Zofia K. Stanley, The Local (Sweden), Sept. 18, 2009
Charlotte or Chantal? From the moment they first read the school register, teachers could already be unfairly prejudiced against certain children, a new study from the University of Oldenberg revealed this week.
According to the study released this week, which is based on an extensive online questionnaire, the great majority of teachers make assumptions about the academic performance and behaviour of children based merely on their first names.
Around 2,000 elementary school (Grundschule) teachers throughout Germany were anonymously questioned–with disheartening results.
The study reveals that the names traditional names such as Charlotte, Sophie, Marie, Hannah, Alexander, Maximilian, Simon, Lukas and Jakob are consistently linked to strong performance and good behaviour. Non-traditional names such as Chantal, Mandy, Angelina, Kevin, Justin and Maurice, on the other hand, are associated with weak performance and bad behaviour.
“These prejudices undoubtedly widen a pre-existing class divide,” pedagogical expert Professor Astrid Kaiser, who led the research project, told The Local.
According to Kaiser, it is no coincidence that almost all of the ‘positive’ names mentioned above are also in the ‘top ten’ list of names given to newborn boys and girls in Germany, as published in The Statistical Yearbook 2008 for the Federal Republic of Germany.
“The names with positive connotations are all traditional German ones,” she said. “What this shows is that children from a working class or immigrant background are clearly being discriminated against.”
In some cases, the strength of the prejudices connected with names was surprising.
The name Kevin was perceived as being linked to especially poor behaviour and performance, with one study participant even writing that, “Kevin is not a name–it’s a diagnosis!”
Kaiser told The Local that the inspiration behind her study came in part from similar research carried out in the United States.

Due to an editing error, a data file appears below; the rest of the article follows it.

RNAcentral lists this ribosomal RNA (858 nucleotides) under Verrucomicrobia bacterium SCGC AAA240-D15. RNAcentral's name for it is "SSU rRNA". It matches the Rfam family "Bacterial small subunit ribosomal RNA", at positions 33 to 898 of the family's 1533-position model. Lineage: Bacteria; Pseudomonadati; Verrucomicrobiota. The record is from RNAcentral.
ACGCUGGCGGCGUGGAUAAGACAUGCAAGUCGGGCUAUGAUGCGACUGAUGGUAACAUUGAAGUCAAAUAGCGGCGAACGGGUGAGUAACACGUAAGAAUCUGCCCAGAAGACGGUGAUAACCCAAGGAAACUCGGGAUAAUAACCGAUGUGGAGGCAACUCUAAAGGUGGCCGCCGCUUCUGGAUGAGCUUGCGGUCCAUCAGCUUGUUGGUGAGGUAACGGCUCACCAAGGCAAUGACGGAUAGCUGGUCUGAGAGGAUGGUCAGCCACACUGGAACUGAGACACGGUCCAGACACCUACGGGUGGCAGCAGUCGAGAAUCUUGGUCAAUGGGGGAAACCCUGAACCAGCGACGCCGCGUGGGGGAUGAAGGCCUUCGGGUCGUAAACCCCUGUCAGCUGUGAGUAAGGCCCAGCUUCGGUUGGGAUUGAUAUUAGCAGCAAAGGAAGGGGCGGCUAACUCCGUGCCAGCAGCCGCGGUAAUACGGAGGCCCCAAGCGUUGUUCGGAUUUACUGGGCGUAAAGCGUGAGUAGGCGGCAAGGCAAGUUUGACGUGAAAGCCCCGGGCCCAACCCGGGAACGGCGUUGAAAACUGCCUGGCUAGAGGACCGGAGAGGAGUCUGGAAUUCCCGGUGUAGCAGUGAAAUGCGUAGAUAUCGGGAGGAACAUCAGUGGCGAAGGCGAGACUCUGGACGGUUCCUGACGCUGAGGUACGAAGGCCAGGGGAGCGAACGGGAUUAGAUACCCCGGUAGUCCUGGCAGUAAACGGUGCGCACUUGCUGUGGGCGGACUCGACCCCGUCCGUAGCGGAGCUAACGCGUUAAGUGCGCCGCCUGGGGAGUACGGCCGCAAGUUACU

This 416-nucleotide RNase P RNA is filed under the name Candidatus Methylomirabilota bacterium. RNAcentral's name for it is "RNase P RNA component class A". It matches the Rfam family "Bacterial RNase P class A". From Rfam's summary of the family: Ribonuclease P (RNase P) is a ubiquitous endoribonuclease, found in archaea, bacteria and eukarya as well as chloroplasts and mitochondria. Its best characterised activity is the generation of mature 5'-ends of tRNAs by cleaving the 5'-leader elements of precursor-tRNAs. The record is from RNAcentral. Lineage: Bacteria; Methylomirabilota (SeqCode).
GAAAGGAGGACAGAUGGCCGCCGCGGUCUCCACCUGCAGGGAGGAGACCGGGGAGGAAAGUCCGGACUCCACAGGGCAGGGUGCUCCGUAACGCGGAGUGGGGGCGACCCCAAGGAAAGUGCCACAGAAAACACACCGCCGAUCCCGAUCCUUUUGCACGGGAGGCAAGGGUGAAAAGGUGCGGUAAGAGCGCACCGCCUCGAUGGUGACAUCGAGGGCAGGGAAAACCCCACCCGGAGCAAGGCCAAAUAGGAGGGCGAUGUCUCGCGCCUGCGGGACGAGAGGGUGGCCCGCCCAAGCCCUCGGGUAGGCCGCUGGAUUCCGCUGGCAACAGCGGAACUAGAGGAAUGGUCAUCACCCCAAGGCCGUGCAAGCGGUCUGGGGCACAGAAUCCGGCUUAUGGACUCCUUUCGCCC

One study in particular showed that in a group of children deemed to be equal intelligence level taught by the same teachers for two years, the performance of children with African-American names worsened considerably.
“I truly believe that expectation is the mother of all achievement,” Kaiser said. “Just as it has been shown that if a coach does not believe in the potential of an athlete, that athlete’s performance will drop, I believe that if teachers do not believe in the potential of their pupils then the pupils’ performances will plummet.”
The effect of such prejudices is particularly significant coming from elementary school teachers because it is widely acknowledged that younger children are more responsive to encouragement.
Such prejudices could have a drastic impact upon children’s future success, particularly in a school system where children are separated into different schools according to intellectual potential at the age of just 10.
Statistics show that once a child has been placed in the less academic Realschule or Hauptschule, it is very rare for them to transfer to the university preparatory Gymnasium.
Professor Kaiser called for the necessity to “educate teachers in the dangers of such prejudices.”
Of the teachers questioned, the overwhelming majority associated personal traits with first names without a second thought. Only a very small percentage of those who answered the survey said that they tried to maintain a critical distance between such prejudices and their pupils’ names.